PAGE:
T and B lymphocyte deficiency in rag1−/− mice reduces retinal ganglion cell loss in experimental glaucoma

Oliver W. Gramlich, Cheyanne R. Godwin, Neal D. Heuss, Dale S. Gregerson, Markus H. Kuehn

Research output: Contribution to journalArticlepeer-review

14 Scopus citations


PURPOSE. We previously demonstrated that passive transfer of lymphocytes from glaucomatous mice induces retinal ganglion cell (RGC) damage in recipient animals, suggesting a role for immune responses in the multifactorial pathophysiology of glaucoma. Here we evaluate whether absence of an adaptive immune response reduces RGC loss in glaucoma. METHODS. Elevated intraocular pressure (IOP) was induced in one eye of C57BL/6J (B6) or T- and B-cell–deficient Rag1−/− knockout mice. After 16 weeks RGC density was determined in both the induced and the normotensive contralateral eyes. Data were compared to mice having received injections of “empty” vector (controls). The number of extravascular CD3+ cells in the retinas was determined using FACS. RESULTS. Retinas of eyes with elevated IOP contain significantly more extravasated CD3+ cells than control retinas (46.0 vs. 27.1, P = 0.025). After 16 weeks of elevated IOP the average RGC density in B6 mice decreased by 20.7% (P = 1.9 × 10−4). In contrast, RGC loss in Rag1−/− eyes with elevated IOP was significantly lower (10.3%, P = 0.006 vs. B6). RGC loss was also observed in the contralateral eyes of B6 mice, despite the absence of elevated IOP in those eyes (10.1%; P = 0.008). In RAG1−/− loss in the contralateral eyes was minimal (3.1%) and significantly below that detected in B6 (P = 0.02). CONCLUSIONS. Our findings demonstrate that T Rag1−/− mice are significantly protected from glaucomatous RGC loss. In this model, lymphocyte activity contributes to approximately half of all RGC loss in eyes with elevated IOP and to essentially all loss observed in normotensive contralateral eyes.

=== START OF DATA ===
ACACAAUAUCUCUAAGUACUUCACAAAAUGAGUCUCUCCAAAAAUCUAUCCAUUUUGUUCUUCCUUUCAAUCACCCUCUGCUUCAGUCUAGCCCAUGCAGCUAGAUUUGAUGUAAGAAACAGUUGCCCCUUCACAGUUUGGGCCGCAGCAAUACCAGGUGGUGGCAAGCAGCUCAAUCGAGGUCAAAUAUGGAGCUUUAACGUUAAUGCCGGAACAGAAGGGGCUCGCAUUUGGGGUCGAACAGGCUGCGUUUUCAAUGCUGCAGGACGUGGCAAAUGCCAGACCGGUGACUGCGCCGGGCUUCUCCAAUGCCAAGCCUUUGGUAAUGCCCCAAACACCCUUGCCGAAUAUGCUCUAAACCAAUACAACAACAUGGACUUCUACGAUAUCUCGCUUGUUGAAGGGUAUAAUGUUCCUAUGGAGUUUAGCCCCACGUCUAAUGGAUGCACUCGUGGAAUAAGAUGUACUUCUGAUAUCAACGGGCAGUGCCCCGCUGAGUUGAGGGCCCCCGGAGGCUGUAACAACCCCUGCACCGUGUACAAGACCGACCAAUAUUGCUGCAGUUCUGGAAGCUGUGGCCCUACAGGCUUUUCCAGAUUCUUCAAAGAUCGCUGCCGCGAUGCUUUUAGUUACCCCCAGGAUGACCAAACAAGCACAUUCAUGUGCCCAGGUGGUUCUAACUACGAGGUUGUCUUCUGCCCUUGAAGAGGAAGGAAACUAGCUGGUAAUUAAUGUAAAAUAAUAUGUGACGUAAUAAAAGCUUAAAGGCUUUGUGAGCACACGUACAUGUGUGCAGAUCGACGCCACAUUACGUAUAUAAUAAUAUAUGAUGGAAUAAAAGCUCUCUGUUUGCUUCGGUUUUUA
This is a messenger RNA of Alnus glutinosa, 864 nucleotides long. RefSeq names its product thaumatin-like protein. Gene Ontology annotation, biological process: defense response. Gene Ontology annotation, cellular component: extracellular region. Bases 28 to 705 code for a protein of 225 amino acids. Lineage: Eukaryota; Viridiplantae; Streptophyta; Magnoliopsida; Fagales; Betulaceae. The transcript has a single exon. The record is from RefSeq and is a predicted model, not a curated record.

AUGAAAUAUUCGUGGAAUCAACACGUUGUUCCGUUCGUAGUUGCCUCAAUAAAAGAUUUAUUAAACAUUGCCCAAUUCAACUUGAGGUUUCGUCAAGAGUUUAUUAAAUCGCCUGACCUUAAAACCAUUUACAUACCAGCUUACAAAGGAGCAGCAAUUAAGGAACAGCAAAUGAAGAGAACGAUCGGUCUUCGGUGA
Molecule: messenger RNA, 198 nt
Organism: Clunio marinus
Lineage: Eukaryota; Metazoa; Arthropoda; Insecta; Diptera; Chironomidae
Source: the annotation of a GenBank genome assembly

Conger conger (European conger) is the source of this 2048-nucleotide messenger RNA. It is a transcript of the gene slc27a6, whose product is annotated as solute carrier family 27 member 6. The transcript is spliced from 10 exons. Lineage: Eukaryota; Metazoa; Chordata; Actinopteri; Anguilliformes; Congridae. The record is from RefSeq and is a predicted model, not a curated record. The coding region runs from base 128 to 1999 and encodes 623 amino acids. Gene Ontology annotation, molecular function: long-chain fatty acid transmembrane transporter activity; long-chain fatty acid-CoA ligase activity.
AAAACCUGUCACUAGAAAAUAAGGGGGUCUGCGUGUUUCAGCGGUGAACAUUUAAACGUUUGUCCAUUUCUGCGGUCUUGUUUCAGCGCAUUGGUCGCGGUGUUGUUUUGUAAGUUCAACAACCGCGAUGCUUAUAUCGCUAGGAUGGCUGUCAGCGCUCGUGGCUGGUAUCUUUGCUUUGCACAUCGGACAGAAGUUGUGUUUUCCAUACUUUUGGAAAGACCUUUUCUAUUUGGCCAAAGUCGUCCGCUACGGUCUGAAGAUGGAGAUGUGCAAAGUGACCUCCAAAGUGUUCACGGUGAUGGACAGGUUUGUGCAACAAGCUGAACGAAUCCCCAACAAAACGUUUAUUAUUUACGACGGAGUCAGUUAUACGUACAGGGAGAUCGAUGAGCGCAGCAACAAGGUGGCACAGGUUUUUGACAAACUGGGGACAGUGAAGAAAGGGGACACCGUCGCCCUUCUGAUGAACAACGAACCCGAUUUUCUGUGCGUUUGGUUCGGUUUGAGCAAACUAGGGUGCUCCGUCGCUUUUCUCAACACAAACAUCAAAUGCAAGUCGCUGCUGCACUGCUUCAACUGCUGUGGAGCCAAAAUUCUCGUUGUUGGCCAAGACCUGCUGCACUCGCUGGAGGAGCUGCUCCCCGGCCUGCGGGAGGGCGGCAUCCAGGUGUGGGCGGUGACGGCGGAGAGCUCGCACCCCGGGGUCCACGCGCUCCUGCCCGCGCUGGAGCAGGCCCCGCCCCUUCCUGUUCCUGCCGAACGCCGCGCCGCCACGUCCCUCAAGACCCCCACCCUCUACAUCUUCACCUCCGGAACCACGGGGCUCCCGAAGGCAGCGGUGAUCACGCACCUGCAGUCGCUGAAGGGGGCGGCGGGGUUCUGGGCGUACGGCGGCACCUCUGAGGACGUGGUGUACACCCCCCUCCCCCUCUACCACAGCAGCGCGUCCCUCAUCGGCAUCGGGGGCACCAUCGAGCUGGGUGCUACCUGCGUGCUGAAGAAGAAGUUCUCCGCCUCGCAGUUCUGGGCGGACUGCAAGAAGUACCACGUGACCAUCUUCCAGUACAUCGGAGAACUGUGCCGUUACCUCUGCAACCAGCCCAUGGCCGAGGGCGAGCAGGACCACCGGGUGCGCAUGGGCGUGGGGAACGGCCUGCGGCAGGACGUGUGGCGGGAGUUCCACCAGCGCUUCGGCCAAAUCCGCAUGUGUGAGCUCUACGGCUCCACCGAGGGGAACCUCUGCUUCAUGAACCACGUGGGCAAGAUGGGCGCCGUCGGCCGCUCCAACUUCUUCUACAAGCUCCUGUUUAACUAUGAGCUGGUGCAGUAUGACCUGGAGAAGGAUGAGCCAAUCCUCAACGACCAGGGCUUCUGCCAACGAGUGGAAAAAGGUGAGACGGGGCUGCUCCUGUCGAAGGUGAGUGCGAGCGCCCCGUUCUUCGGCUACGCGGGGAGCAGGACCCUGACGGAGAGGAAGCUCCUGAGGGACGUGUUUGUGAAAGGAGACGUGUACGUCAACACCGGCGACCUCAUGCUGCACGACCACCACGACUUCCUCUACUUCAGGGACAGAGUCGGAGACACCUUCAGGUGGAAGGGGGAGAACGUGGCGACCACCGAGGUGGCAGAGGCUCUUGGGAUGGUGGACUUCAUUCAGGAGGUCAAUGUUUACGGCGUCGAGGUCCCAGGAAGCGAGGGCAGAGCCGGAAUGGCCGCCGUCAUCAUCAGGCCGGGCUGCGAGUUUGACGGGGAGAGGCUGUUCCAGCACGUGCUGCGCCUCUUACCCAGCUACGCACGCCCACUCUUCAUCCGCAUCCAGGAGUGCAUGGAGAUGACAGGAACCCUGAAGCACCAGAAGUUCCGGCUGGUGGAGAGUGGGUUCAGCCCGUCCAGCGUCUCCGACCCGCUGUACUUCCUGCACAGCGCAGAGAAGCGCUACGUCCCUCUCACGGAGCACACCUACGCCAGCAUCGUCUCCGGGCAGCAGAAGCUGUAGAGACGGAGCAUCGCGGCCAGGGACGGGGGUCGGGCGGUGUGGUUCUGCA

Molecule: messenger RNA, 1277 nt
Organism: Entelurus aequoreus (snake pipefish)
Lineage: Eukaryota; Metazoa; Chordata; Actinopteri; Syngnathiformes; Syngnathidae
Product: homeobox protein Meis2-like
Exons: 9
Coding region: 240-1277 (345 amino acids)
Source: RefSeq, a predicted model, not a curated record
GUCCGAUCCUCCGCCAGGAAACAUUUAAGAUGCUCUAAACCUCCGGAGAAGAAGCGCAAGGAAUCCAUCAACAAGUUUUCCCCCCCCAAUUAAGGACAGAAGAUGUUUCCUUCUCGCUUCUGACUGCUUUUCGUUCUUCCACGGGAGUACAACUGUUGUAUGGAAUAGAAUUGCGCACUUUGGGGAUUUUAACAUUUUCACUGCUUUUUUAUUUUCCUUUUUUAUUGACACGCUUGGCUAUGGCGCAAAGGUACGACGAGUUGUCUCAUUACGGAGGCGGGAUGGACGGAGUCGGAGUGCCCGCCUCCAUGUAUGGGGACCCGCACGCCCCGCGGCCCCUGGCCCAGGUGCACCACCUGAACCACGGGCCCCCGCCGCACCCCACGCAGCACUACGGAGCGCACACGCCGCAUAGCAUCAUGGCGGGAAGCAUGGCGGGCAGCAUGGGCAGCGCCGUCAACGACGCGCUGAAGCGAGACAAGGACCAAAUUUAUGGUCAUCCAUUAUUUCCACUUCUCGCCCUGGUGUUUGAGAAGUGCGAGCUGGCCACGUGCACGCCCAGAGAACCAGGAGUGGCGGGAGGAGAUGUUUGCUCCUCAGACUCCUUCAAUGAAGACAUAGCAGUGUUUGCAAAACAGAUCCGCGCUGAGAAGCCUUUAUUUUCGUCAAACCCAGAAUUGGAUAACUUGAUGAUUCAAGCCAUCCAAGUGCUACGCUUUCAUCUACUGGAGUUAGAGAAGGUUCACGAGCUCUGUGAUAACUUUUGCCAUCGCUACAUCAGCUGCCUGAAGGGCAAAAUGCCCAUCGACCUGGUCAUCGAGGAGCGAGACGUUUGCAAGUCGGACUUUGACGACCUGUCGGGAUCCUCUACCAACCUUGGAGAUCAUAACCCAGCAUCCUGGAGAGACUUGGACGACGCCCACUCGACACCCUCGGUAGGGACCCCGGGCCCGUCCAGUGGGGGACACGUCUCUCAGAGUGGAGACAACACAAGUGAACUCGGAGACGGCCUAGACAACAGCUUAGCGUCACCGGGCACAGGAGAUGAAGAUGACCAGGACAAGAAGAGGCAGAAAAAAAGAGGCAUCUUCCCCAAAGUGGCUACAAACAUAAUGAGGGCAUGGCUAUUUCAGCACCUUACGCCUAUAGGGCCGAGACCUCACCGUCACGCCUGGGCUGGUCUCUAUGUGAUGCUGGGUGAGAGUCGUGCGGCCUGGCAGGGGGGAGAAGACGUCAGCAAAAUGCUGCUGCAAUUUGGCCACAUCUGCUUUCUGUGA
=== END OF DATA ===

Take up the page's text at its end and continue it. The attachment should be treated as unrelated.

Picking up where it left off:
Original languageEnglish (US)
Article number2772066
JournalInvestigative Ophthalmology and Visual Science
Issue number14
StatePublished - Dec 2020

Bibliographical note

Funding Information:
Supported by VA grant RX001163, NIH P30 EY025580, R01-EY025209, the Minnesota Lions Vision Foundation, and an unrestricted grant from Research to Prevent Blindness to the University of Iowa Department of Ophthalmology and Visual Sciences.

Publisher Copyright:
Copyright 2020 The Authors.


  • Autoimmune response/disease
  • Glaucoma
  • Intraocular pressure
  • RGC


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